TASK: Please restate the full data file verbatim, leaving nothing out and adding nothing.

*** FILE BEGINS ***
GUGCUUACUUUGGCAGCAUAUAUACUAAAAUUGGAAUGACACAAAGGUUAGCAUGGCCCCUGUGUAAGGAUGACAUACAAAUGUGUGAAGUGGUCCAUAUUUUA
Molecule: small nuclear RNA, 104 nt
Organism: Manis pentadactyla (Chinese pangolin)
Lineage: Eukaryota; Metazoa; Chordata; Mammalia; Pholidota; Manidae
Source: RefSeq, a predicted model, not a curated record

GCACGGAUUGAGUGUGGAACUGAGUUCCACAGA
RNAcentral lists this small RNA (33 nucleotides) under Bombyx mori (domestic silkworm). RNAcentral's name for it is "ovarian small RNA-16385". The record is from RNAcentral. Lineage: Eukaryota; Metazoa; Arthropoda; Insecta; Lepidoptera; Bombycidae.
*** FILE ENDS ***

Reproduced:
GUGCUUACUUUGGCAGCAUAUAUACUAAAAUUGGAAUGACACAAAGGUUAGCAUGGCCCCUGUGUAAGGAUGACAUACAAAUGUGUGAAGUGGUCCAUAUUUUA
Molecule: small nuclear RNA, 104 nt
Organism: Manis pentadactyla (Chinese pangolin)
Lineage: Eukaryota; Metazoa; Chordata; Mammalia; Pholidota; Manidae
Source: RefSeq, a predicted model, not a curated record

GCACGGAUUGAGUGUGGAACUGAGUUCCACAGA
RNAcentral lists this small RNA (33 nucleotides) under Bombyx mori (domestic silkworm). RNAcentral's name for it is "ovarian small RNA-16385". The record is from RNAcentral. Lineage: Eukaryota; Metazoa; Arthropoda; Insecta; Lepidoptera; Bombycidae.